Police also found that a terrorist cell in Selibuya, allegedly led by a man called Kasmu Memet, was formed in September 2012. Group members regularly attended meetings organized by Kasmu, where they viewed and listened to material relating to religious extremism and terrorism.

They also undertook physical training and learned how to kill by watching footage of terrorist attacks. Police found knives, combat training material, illegal, extreme religious pamphlets, and three jihadist flags after the April 23 attack.

Religious extremism

The authorities said the spread of religious extremism is one of the factors contributing to the increasing number of attacks and have vowed to clamp down on it.

"Extremists are using religion as a cover to lure people into terror activities to achieve political goals. They misinterpret the Quran and fool people," said Abudurehep Tumniaz, head of the Xinjiang Islamic Institute and a well-respected religious leader, on Wednesday.

"The Quran clearly states that all people are as equal as the teeth of a comb and they all need to be respected, no matter which ethnic group they are from," he said. "Religious leaders around the region need to tell people the importance of the law and help them understand the spirit of Islam, which is based on peace and unity."

In Xinjiang, separatists love to recruit people in the name of religion and ethnicity because they are deceitful and find it easy to cover their true intentions, said Turgan Pida, director of the Xinjiang religious affairs bureau.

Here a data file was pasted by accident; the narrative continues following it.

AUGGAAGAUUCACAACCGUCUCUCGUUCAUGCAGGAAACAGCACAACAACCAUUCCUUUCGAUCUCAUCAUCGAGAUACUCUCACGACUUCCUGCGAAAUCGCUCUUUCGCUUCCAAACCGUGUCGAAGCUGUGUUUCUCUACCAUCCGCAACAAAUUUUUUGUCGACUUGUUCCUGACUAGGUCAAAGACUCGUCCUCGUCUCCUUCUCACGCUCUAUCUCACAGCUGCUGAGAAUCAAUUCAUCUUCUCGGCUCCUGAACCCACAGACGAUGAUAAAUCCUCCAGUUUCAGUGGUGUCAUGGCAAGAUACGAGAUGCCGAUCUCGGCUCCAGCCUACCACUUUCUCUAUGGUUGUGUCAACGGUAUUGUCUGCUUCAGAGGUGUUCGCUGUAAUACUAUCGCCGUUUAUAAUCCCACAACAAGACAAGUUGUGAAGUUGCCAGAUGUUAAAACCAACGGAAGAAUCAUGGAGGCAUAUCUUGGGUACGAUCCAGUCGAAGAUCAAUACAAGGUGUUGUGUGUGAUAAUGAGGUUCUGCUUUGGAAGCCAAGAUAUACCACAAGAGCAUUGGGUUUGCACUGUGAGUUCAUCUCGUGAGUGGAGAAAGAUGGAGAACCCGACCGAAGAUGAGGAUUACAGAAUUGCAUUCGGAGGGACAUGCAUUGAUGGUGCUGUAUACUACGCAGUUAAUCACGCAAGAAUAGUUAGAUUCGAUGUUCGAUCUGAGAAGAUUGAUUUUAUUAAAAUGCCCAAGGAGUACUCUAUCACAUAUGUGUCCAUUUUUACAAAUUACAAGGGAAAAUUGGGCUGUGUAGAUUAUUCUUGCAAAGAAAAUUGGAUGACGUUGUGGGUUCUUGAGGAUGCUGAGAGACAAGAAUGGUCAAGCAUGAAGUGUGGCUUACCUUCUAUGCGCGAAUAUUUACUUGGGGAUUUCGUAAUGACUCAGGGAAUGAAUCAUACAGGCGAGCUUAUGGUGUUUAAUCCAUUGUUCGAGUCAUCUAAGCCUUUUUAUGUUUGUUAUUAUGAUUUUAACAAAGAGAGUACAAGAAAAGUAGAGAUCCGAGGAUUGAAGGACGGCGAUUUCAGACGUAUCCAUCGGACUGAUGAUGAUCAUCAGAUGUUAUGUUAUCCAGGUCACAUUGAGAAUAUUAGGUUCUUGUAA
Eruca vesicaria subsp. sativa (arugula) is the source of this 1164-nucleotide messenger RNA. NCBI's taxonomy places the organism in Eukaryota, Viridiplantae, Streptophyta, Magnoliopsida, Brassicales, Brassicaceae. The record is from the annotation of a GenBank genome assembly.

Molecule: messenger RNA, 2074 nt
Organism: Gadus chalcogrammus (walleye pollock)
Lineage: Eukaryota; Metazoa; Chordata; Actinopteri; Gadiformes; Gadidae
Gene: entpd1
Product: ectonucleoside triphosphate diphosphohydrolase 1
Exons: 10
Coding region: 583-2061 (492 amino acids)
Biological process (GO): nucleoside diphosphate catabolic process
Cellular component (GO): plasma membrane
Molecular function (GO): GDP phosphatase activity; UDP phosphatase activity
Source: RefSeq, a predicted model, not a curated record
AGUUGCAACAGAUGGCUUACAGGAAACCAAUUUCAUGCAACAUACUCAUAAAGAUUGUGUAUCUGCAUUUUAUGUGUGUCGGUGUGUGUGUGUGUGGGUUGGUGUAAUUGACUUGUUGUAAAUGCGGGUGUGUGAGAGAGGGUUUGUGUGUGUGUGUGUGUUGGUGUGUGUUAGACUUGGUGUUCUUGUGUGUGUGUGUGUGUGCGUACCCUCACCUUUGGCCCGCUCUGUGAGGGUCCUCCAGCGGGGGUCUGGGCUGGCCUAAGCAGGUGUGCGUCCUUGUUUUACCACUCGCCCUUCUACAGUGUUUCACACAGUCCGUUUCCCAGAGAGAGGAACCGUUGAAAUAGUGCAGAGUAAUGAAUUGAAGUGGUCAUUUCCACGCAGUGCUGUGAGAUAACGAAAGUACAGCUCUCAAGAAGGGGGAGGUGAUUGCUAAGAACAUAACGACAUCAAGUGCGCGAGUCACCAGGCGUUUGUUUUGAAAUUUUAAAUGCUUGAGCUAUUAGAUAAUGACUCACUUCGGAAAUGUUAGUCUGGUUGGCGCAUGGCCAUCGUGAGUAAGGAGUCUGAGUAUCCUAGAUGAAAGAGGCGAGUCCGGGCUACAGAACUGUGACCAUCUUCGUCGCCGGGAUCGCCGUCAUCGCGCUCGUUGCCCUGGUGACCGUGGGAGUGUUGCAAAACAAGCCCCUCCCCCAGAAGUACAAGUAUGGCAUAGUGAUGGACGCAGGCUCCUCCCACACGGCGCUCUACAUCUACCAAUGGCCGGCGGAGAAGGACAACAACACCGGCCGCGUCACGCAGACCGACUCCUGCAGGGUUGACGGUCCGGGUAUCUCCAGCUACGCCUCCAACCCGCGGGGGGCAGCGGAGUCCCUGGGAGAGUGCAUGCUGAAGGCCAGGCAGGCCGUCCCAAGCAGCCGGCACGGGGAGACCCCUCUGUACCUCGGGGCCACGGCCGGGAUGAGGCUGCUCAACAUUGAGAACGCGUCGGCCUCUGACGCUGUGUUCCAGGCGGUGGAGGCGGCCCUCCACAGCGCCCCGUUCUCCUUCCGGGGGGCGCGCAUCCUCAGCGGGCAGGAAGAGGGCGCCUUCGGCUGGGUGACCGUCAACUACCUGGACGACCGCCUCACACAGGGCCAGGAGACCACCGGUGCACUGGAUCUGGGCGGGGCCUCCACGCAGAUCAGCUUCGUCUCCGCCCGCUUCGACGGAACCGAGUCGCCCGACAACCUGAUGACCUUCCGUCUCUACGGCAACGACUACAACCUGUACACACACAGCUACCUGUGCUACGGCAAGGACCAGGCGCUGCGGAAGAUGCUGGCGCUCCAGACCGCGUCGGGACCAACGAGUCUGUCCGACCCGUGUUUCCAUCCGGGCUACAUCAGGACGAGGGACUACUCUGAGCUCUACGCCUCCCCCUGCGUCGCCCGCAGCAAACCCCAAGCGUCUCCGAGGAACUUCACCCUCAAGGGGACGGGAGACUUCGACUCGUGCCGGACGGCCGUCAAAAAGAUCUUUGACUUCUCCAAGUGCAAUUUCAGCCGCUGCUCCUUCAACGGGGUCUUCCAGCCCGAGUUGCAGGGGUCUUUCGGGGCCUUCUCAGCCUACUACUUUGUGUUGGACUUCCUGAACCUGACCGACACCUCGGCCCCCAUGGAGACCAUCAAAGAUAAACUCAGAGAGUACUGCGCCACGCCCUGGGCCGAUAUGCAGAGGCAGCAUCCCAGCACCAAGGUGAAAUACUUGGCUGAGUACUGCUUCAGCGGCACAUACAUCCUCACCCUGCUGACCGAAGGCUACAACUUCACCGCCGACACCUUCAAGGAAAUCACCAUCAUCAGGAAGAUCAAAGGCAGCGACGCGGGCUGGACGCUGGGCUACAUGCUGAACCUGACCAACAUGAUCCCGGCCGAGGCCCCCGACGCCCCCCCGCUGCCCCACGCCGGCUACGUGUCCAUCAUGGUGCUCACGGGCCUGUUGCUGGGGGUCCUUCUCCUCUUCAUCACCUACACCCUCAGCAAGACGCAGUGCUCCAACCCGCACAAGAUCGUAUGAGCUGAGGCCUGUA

"More than 50 percent of Xinjiang's population is Muslim. By posing as religious people, separatists lure believers, especially young people, into their activities," he said.

In June, nine people received jail sentences for promoting ethnic hatred and discrimination on the Internet, and committing crimes prompted by religious extremism.

Development slowed

In addition to leaving people in fear and casting a shadow over their lives, attacks in Xinjiang have also affected the region's economic development. Every time attacks such as this occur, the speed of development will slow, added Turgan.

Yinruilin Hotel, which opened a year ago, was the first five-star hotel in Kashgar city. Following the attack in Selibuya, guest numbers have declined sharply, and on average only around 300 of the hotel's 1,531 rooms are occupied every day, according to the manager, Tang Dayu.

"Previous experience shows that business will gradually pick up after these attacks, but very slowly," he said. "Apart from these attacks, the city is actually very safe."

Wang, deputy commissioner of Kashgar said the number of tourists who visited the prefecture in June had fallen by more than 60 percent year-on-year because of the attacks.

In 2010, a special economic zone was established in the city, acting as a trade hub for Kashgar and neighboring countries, including Pakistan and Kazakhstan. A twin-tower building is being built in the zone to serve as a five-star hotel and provide duty free shopping.

"New investors to the city might be scared away by these isolated incidents because they don't know Xinjiang. The attacks will only affect society temporarily, but, as a special economic zone, Kashgar's potential is very promising," said Yuan Kaifang, head of the Shaanxi chamber of commerce in Kashgar, who has been running a business in the city since 1989.

"Some businessmen who left Xinjiang after the July 2009 riot told me they regretted their decision and have missed the best investment opportunities. Other businessmen have asked me if people still ride horses and camels to work in Kashgar," he said.

Contact the writer at cuijia@chinadaily.com.cn

(China Daily 07/05/2013 page5)